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Hey, Scripting Guy! Maybe you can help me out. I have been using a script to schedule tasks to execute VBScripts on remote machines within my domain at work. I usually use this to send messages to specific users or to start a chain-updating event for my machines. The problem comes when setting the scheduled task and assigning the result to the errJobCreated variable. The only reason I am having such a problem is because of the horrible error messages VBScripts give at run time. I thought I would ask you guys. I am getting error 80041005 on the line with “errJobCreated = objNewJob.Create char 1”. After looking up the error it says it is a type mismatch.
It probably means that you have a type mismatch. VBScript is a typeless language, which means that the only data type it knows about is a variant. In other words, it can be anything. However, WMI is strongly typed. This creates cognitive dissonance for many writers of VBScript who are not used to worrying about strings, integers, or dates. The signature for the create method of the WIN32_ScheduledJob class is listed on MSDN. You will notice that the first parameter must be a string, the second a dateTime, the third a Boolean, and so on. Because the signature for the WIN32_ScheduledJob class is so complicated, we actually prefer to store each parameter in a variable, and supply the values outside the method call. This is detailed in Ed’s book, Microsoft Windows Scripting with WMI: Self-Paced Learning Guide.
The other thing we dislike is trying to manually create the UTC dateTime object. This is, we suspect, where you are actually failing in your script. I prefer to use the SwbemDateTime object from WMI to create the dateTime object. This COM object was introduced in Windows XP and is available moving forward. It is a bit backward to use, but is documented in the previously mentioned book. It is also talked about in this article. And this article talks about creating a scheduled task. Here is a function I wrote that uses the SwbemDateTime object to convert a file time into UTC format. You can use this in your scheduled job script.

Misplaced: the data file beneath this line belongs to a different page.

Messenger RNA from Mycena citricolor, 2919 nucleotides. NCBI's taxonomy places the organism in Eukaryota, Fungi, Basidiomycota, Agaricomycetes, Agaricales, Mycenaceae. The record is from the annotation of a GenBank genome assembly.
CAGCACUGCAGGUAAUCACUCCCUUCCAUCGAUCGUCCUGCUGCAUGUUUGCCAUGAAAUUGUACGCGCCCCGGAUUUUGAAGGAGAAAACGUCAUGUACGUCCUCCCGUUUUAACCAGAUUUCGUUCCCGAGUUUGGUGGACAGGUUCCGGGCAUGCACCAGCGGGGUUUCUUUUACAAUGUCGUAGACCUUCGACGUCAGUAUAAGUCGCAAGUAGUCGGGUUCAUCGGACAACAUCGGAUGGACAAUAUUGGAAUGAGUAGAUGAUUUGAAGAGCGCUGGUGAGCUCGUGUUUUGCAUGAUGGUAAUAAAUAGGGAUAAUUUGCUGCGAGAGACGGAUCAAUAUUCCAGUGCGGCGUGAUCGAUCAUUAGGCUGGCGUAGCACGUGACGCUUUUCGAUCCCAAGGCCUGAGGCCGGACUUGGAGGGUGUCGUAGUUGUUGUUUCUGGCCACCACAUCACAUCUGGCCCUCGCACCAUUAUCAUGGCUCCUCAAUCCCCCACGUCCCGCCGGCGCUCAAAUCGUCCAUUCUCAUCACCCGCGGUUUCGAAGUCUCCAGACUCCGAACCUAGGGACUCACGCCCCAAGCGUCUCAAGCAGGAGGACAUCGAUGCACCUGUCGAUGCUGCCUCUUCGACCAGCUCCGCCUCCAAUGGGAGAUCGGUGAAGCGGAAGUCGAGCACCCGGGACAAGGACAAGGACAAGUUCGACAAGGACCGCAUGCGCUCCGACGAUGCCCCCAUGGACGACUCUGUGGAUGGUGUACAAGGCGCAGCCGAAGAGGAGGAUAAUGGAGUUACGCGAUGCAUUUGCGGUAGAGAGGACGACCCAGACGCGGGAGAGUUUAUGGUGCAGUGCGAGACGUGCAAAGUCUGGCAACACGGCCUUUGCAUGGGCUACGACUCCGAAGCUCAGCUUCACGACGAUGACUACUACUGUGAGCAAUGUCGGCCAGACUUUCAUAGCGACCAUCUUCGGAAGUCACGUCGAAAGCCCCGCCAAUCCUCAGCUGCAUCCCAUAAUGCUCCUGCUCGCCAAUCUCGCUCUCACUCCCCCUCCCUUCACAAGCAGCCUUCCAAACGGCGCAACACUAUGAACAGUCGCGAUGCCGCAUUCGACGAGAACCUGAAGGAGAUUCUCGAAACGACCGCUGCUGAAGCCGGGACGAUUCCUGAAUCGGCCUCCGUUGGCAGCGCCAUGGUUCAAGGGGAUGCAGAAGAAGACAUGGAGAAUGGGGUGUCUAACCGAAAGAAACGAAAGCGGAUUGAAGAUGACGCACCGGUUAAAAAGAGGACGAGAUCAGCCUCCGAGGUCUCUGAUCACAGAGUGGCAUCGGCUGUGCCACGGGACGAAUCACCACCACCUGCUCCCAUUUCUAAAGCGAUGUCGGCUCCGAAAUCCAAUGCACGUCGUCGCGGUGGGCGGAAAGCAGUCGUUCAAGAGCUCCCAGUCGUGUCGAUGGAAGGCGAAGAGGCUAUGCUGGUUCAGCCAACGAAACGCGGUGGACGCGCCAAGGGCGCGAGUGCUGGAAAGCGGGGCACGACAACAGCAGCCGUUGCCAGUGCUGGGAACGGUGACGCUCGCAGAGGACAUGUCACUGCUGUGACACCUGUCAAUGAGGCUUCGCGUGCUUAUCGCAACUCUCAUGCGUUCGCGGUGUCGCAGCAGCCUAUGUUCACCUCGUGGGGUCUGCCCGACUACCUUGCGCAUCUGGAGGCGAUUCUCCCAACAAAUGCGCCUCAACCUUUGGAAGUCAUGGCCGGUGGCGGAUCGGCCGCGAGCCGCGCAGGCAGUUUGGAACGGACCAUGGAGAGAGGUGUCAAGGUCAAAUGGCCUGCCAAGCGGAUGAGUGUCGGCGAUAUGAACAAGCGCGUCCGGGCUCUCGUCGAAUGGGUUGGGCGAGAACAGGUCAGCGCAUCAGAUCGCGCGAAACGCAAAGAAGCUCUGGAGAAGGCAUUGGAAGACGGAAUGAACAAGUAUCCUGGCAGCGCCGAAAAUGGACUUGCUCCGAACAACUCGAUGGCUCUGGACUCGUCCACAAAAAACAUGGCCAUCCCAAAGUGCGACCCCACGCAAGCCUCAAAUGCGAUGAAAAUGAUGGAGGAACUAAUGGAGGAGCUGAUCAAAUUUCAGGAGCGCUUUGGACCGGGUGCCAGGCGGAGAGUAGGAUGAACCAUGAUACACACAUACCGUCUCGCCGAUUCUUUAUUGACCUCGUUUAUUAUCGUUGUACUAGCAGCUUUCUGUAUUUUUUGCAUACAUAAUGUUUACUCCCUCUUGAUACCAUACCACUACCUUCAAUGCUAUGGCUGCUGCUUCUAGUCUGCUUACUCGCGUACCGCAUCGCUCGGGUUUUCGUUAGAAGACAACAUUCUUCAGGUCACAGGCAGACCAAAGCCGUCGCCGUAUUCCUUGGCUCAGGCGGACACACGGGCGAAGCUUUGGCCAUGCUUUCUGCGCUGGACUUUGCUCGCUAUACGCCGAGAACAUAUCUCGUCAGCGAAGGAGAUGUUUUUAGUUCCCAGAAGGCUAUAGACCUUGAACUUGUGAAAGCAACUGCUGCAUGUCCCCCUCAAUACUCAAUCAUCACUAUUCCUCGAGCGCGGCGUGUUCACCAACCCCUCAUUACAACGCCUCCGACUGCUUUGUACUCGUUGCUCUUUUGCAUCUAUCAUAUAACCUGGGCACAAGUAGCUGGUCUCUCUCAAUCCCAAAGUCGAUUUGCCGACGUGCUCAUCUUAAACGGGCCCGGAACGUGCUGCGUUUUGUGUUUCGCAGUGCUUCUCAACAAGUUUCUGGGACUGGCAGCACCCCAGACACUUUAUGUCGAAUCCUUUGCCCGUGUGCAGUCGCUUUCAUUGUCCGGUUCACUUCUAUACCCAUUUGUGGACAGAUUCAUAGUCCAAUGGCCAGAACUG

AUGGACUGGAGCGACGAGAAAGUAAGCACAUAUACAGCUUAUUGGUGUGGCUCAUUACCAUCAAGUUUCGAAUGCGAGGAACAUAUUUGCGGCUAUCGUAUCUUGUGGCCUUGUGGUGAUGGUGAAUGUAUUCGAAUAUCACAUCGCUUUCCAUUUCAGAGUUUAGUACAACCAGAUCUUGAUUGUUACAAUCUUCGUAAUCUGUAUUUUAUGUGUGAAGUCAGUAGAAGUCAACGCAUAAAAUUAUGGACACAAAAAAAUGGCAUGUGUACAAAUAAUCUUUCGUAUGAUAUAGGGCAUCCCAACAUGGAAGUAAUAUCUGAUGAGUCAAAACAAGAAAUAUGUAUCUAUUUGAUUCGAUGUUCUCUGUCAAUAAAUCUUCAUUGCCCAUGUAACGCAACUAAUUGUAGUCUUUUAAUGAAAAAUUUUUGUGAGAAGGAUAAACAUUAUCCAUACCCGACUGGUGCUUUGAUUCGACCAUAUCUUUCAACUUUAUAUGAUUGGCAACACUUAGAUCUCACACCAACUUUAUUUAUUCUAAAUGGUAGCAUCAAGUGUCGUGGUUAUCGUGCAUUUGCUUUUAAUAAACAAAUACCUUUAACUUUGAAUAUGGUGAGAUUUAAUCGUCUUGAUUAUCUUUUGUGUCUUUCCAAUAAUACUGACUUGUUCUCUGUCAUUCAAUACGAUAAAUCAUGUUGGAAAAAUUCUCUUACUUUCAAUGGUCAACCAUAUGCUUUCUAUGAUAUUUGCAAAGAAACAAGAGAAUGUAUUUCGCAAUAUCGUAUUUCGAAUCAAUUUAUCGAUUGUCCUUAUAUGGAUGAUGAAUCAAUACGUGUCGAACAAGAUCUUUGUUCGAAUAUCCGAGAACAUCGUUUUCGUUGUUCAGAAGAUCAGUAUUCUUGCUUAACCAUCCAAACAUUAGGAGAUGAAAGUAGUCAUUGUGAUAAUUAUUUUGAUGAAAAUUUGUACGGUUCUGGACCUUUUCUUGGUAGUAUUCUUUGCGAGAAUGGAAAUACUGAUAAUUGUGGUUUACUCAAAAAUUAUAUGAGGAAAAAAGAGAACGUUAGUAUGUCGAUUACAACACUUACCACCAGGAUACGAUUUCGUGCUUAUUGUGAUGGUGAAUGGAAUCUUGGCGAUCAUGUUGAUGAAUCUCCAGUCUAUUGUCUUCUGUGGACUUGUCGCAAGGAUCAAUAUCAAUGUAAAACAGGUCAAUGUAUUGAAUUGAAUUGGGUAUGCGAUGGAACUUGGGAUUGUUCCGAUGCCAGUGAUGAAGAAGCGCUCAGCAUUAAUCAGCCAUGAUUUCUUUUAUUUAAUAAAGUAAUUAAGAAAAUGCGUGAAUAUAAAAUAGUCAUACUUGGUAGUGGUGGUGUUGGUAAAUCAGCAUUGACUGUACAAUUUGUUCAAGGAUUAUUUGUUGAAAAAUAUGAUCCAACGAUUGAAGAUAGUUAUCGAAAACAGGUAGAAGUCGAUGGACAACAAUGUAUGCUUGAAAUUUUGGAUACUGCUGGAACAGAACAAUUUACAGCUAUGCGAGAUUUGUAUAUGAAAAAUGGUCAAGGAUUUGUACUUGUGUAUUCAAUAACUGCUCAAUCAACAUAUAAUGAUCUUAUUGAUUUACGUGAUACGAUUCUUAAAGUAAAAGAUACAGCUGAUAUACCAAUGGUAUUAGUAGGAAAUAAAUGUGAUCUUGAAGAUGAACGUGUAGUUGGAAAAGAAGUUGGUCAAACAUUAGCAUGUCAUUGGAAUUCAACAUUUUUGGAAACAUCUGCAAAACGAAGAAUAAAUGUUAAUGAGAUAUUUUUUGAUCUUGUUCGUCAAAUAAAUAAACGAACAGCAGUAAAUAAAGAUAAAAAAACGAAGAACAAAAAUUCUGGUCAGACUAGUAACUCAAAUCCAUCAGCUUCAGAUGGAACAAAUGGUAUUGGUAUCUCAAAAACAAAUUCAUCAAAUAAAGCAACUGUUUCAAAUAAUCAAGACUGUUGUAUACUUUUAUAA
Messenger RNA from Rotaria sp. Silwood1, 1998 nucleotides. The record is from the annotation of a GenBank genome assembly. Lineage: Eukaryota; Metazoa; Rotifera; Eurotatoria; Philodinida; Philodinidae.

'test = Now
test = DateSerial(2006,04,12)
Set dateTime = CreateObject("WbemScripting.SWbemDateTime")
Hey, Scripting Guy! First off, I’d like to start by thanking you for all the wonderful scripts. I recently found a neat script on the Script Center called How Can I Enable or Disable My Network Adapter. The only problem I found when trying it out is that disabling the network card does not work when the network card is disconnected. At home I’m using a wireless Internet connection and no cable. In this case, when I call "EnableDisableNetworkAdapters.ps1 -wired disable", the script does not return any errors and seems to work, but when I check the network connections, the card is still enabled (the query information does show the correct network card). When I call "-wireless disable", the wireless network card is disabled as expected. At my work it's the other way around. I'm on a cable Internet connection and not wireless. When trying to disable my wireless, which has at that moment a 169.254.x.x-address, nothing happens, even though the network card is disabled as expected. I'm running Windows PowerShell in administrative mode. Is this a glitch in WMI, is this by design, or am I doing something wrong? Thanks in advance.
We just heard back from the WMI team. This is in fact a bug in the WIN32_NetworkAdapter class. It has been fixed in Windows 7. In the meantime, if this is causing you problems, we suggest you modify the script and use the DevCon command-line utility instead. Hope this helps, and we are glad you are enjoying the scripts we write.